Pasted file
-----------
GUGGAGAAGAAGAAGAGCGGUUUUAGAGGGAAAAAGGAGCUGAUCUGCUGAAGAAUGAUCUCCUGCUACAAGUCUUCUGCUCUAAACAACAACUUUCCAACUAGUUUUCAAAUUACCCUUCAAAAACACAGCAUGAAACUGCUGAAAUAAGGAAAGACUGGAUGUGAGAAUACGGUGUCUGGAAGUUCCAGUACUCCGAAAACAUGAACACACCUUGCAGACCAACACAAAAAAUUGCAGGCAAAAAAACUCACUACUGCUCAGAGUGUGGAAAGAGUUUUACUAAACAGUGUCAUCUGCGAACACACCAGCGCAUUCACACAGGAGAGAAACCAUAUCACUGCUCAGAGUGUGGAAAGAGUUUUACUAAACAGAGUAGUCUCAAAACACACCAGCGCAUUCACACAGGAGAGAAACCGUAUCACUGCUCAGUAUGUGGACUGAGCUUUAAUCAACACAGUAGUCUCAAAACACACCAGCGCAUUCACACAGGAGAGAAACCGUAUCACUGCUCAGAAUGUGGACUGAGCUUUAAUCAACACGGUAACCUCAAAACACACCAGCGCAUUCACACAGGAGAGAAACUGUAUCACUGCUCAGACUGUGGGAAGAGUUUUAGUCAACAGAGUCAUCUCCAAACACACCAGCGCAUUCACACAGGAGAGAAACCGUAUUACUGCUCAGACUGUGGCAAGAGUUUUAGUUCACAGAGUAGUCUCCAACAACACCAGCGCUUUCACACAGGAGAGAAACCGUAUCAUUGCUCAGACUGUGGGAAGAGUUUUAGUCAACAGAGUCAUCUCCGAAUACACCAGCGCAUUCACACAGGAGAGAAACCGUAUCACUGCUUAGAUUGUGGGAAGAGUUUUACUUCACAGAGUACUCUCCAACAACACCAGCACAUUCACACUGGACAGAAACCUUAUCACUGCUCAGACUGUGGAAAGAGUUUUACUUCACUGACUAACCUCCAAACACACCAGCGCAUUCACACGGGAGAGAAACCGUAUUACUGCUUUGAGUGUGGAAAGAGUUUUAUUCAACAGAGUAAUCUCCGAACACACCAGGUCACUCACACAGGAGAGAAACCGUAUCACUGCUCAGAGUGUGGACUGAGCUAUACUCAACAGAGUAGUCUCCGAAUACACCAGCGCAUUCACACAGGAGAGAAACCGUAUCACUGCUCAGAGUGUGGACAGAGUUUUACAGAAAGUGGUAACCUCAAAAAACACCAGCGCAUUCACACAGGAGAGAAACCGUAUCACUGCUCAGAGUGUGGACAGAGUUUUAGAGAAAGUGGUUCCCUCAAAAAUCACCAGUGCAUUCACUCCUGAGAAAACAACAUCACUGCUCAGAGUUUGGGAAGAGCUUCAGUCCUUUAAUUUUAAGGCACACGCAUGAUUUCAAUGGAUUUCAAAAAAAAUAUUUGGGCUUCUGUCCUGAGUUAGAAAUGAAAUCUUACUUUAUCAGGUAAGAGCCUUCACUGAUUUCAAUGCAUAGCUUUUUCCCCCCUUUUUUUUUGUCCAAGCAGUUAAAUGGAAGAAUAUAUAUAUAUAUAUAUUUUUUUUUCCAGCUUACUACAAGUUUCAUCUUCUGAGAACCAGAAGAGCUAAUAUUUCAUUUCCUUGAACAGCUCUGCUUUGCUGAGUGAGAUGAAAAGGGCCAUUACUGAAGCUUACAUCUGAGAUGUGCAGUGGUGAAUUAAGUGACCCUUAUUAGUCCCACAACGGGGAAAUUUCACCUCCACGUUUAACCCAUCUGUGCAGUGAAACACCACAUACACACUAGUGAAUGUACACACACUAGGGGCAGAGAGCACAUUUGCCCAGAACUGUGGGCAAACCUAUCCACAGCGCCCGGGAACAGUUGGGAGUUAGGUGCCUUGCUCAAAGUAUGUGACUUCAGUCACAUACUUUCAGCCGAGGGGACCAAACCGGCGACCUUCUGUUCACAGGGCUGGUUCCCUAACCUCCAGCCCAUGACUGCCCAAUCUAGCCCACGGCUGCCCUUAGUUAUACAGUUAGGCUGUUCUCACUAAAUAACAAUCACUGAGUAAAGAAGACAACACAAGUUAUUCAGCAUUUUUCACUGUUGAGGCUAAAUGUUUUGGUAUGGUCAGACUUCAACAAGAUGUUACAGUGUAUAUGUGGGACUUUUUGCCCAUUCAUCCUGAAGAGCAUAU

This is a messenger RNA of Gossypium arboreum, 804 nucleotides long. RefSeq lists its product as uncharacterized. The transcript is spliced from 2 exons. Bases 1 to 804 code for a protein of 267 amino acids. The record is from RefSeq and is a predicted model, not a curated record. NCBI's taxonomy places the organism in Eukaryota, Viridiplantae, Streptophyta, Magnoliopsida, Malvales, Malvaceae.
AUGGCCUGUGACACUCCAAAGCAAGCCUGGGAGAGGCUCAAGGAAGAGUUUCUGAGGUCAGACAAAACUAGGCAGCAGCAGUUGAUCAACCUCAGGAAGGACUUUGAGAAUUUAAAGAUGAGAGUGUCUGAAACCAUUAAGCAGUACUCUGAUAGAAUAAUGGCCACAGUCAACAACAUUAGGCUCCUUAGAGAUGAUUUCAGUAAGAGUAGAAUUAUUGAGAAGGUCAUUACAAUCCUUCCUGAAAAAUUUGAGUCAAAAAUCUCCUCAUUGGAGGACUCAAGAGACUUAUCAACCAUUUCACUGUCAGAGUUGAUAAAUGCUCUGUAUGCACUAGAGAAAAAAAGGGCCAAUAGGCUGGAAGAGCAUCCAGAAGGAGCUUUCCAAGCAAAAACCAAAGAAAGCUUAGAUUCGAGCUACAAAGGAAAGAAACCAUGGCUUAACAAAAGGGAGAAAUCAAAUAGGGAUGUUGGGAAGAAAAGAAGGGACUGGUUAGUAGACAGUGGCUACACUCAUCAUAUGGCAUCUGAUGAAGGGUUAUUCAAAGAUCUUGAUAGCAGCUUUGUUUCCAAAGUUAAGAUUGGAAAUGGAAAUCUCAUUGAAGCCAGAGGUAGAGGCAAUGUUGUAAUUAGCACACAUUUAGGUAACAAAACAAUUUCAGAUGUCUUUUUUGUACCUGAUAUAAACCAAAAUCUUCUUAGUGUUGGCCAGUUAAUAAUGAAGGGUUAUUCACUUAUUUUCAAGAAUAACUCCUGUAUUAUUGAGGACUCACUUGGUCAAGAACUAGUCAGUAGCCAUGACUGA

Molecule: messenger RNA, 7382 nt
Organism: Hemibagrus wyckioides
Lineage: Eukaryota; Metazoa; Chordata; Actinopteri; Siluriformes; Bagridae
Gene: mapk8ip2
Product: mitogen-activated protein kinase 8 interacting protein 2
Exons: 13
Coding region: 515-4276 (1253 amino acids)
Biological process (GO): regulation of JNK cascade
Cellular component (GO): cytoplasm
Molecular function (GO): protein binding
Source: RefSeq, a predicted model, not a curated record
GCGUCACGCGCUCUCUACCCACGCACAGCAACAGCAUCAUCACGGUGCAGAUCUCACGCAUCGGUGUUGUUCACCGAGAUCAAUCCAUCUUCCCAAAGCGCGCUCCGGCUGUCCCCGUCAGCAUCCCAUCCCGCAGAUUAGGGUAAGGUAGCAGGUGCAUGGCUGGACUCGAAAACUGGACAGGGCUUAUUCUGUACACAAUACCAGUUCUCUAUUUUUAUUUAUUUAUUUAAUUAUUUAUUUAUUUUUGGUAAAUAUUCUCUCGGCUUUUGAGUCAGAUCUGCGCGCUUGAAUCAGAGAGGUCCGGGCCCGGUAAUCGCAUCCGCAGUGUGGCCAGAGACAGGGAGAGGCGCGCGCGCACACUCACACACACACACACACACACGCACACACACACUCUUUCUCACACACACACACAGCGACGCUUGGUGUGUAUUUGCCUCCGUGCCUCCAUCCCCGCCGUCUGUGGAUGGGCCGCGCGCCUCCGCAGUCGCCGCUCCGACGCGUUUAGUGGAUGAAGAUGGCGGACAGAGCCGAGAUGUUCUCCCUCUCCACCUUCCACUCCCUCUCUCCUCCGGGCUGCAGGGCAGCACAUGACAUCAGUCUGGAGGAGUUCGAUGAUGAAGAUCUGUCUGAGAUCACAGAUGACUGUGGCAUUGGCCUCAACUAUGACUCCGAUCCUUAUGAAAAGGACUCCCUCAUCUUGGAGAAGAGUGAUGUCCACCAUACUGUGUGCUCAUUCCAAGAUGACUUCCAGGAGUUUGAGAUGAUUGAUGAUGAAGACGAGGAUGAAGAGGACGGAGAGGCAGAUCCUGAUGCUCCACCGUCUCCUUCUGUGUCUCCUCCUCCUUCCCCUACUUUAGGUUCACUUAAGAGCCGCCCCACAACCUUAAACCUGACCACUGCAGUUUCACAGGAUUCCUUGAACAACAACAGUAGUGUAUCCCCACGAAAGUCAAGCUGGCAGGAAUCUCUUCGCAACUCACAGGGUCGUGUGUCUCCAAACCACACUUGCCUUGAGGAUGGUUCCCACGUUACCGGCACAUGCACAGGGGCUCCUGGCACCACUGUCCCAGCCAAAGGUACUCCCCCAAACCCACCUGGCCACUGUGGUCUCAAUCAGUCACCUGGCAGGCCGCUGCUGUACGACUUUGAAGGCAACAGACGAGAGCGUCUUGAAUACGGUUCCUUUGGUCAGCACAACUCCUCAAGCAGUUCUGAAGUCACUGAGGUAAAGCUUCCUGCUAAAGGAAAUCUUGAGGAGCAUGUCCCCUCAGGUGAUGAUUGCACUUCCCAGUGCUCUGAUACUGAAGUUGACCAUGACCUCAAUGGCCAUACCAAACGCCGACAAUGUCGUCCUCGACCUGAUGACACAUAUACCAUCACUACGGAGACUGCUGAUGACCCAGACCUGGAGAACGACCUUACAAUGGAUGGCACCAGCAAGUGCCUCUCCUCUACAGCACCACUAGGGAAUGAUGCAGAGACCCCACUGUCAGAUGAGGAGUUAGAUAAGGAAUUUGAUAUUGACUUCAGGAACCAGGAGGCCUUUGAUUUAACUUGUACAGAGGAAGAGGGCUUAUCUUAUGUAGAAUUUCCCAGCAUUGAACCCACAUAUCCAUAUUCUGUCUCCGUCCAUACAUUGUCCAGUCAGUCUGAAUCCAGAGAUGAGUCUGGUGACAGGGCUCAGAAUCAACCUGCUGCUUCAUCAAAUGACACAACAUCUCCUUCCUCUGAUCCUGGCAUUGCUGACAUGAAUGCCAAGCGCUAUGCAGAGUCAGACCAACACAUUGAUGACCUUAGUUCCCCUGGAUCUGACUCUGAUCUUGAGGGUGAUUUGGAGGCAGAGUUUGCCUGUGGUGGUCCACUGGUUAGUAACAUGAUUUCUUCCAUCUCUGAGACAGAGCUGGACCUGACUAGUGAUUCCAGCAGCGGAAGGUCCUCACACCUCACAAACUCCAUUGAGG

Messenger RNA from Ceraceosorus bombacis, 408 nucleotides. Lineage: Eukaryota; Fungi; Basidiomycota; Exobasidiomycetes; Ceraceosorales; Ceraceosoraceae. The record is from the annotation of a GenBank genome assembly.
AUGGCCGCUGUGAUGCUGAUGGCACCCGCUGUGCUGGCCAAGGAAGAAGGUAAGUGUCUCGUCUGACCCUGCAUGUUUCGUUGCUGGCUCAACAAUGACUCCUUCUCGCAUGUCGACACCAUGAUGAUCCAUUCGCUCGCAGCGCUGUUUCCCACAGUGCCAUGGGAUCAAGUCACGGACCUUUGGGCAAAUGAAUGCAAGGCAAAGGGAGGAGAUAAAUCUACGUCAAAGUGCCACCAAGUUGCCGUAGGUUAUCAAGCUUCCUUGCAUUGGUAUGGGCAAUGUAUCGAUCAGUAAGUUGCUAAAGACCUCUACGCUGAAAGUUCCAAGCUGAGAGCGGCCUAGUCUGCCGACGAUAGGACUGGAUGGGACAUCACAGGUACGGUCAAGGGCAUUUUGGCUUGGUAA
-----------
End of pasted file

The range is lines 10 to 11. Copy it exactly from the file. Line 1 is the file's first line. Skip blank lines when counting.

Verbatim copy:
Coding region: 515-4276 (1253 amino acids)
Biological process (GO): regulation of JNK cascade